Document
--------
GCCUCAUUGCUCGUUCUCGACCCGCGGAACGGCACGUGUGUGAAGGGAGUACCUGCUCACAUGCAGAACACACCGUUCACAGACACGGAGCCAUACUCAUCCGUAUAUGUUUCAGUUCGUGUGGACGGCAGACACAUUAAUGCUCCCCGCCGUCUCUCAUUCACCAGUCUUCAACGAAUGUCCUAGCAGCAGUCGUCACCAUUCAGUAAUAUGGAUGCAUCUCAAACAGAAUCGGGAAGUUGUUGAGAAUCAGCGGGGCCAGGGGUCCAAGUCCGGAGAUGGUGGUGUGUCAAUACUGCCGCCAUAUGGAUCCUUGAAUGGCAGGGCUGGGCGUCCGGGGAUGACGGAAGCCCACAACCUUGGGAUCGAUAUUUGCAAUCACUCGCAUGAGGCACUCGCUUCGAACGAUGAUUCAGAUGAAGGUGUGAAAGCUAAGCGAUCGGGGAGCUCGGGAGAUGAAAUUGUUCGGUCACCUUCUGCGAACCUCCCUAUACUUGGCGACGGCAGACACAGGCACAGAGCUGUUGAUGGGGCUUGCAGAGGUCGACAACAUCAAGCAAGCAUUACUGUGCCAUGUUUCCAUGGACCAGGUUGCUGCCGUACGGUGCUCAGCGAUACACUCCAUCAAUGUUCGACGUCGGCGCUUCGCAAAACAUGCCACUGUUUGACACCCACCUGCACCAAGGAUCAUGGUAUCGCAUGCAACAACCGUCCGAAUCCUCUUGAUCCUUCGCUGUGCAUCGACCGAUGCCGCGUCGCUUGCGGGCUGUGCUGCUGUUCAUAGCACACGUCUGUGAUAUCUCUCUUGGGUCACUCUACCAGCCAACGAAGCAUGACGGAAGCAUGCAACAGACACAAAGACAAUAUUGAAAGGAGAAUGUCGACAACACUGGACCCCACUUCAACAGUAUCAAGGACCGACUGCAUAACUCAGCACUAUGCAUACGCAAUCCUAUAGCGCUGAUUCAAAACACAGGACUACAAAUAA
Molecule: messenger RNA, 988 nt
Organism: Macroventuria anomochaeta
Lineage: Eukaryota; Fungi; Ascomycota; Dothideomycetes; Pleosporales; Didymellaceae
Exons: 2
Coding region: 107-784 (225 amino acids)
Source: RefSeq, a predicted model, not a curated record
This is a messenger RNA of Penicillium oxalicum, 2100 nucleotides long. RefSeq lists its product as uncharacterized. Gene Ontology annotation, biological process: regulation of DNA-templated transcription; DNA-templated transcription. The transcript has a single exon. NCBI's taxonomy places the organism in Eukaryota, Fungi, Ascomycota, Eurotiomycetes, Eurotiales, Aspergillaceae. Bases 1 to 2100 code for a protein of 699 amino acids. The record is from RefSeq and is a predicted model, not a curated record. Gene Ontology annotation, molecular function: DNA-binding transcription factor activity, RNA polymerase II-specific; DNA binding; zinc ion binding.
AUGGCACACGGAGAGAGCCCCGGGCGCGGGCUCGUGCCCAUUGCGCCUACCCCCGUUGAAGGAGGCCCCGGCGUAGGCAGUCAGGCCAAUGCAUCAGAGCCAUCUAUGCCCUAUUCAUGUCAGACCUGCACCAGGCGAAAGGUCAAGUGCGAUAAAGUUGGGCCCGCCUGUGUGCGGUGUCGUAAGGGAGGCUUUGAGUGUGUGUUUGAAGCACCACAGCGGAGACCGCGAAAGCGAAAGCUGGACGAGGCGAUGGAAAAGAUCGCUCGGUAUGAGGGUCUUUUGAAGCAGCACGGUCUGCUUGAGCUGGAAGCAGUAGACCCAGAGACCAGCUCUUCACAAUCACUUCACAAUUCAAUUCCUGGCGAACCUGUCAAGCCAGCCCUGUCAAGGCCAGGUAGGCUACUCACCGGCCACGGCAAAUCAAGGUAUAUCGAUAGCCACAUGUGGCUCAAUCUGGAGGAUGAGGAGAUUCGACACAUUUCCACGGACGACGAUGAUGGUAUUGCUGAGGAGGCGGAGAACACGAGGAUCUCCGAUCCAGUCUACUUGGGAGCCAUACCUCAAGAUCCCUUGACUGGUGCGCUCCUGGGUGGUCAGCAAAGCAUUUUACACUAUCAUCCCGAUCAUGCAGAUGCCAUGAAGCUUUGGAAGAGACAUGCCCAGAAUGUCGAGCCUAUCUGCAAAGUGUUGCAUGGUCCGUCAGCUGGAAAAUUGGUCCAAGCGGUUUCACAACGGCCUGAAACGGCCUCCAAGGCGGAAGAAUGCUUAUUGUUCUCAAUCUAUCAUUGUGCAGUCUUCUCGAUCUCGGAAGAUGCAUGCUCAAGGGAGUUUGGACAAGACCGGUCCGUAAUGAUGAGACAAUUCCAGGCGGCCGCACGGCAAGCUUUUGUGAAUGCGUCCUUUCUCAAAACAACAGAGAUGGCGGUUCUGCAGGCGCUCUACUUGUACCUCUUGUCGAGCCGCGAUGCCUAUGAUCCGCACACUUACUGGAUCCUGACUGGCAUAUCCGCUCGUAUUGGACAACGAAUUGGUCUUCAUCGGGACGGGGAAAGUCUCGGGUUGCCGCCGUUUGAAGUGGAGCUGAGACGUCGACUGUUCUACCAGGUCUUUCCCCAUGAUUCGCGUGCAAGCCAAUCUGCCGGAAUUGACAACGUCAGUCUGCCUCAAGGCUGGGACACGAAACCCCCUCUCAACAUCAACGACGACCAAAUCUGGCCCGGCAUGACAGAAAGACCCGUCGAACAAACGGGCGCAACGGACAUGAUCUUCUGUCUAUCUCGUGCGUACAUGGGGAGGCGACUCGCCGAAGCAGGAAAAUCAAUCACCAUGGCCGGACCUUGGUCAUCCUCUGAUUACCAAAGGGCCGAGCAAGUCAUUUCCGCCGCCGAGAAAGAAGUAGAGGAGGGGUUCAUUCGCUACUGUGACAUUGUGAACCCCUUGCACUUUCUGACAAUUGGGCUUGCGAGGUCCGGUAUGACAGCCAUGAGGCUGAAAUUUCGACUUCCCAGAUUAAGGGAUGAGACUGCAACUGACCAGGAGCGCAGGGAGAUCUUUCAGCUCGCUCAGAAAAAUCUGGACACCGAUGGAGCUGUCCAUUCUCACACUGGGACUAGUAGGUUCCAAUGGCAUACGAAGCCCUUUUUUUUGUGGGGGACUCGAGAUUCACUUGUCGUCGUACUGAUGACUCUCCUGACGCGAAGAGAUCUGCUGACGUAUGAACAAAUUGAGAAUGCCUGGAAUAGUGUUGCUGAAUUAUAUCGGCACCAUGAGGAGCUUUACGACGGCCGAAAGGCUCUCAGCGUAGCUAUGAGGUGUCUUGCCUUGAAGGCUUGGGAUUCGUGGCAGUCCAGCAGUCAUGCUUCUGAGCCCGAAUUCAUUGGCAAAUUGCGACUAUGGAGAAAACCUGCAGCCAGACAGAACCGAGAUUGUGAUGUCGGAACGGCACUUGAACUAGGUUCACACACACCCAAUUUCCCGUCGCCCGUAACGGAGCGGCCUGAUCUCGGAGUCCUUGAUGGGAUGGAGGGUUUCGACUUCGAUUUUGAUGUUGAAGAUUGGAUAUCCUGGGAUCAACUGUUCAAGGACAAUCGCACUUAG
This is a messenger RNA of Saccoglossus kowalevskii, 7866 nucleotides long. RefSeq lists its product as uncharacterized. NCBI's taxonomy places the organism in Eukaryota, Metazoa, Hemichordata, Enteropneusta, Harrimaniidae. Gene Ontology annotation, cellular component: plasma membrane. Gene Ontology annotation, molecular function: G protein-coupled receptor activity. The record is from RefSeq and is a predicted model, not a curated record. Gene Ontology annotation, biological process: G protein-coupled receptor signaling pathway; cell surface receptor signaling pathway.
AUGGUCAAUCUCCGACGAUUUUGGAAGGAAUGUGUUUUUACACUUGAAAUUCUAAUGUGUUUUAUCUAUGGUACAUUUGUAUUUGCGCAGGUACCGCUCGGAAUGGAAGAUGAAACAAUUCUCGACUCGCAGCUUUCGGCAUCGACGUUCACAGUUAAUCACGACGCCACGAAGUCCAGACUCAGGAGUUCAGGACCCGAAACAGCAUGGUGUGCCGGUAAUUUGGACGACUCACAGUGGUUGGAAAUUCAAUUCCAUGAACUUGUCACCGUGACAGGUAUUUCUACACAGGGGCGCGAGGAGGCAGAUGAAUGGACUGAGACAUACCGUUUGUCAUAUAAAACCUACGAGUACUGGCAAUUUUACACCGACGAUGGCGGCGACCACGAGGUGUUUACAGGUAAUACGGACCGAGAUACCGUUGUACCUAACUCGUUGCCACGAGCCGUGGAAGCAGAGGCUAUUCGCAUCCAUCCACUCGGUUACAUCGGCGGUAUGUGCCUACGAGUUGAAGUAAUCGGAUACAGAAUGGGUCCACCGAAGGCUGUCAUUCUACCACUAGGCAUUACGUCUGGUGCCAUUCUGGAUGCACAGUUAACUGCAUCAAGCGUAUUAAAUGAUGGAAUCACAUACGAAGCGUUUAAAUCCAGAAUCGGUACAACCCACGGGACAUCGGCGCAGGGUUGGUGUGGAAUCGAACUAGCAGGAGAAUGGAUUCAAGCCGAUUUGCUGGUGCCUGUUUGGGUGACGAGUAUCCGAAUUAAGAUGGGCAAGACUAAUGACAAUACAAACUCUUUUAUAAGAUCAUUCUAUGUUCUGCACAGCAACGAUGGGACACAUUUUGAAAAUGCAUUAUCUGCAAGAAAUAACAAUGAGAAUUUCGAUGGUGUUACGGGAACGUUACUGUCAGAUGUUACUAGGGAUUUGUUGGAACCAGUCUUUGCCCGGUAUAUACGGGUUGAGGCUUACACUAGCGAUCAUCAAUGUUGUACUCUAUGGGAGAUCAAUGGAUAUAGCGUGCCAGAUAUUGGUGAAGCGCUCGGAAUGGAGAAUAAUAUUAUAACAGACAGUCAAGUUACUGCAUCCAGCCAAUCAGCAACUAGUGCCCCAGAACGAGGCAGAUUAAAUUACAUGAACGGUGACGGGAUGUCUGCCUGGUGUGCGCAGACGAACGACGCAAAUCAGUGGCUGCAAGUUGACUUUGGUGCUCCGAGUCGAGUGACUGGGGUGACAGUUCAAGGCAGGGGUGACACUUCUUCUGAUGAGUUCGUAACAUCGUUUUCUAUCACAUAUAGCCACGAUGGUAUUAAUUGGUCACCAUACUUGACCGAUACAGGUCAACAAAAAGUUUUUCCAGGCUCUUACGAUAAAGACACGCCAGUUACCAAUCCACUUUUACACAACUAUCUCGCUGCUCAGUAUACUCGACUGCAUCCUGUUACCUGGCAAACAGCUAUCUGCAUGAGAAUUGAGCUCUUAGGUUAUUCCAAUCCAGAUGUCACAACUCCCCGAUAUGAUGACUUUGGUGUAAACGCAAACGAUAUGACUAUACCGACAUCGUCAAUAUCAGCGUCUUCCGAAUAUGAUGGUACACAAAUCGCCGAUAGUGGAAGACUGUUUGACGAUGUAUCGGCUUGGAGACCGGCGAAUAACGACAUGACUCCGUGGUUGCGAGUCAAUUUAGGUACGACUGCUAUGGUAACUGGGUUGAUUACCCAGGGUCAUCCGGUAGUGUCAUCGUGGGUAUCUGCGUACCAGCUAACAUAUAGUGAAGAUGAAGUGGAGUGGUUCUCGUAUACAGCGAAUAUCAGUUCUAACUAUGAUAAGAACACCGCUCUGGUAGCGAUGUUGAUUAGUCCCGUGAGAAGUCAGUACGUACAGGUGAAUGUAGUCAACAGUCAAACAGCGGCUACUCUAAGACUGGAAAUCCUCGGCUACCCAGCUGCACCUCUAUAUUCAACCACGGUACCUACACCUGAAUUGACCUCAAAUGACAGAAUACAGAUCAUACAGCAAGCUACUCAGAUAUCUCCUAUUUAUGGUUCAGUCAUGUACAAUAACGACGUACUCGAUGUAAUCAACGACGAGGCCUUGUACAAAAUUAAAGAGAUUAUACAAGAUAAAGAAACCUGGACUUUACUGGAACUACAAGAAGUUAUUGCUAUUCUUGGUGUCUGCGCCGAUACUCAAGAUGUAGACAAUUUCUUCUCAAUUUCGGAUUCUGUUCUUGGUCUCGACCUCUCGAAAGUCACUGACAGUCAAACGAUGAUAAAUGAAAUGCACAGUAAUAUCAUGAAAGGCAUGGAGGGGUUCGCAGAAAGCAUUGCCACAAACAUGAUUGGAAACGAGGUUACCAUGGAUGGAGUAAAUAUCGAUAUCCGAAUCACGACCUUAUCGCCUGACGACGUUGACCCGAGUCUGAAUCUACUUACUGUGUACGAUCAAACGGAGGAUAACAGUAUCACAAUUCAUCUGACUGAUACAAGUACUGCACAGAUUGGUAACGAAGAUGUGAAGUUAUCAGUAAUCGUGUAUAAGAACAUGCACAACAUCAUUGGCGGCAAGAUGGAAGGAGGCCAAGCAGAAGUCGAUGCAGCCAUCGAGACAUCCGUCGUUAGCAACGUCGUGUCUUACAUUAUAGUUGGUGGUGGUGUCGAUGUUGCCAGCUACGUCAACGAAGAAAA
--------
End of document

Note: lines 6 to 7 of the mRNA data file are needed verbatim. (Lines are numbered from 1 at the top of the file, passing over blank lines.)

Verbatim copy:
Coding region: 107-784 (225 amino acids)
Source: RefSeq, a predicted model, not a curated record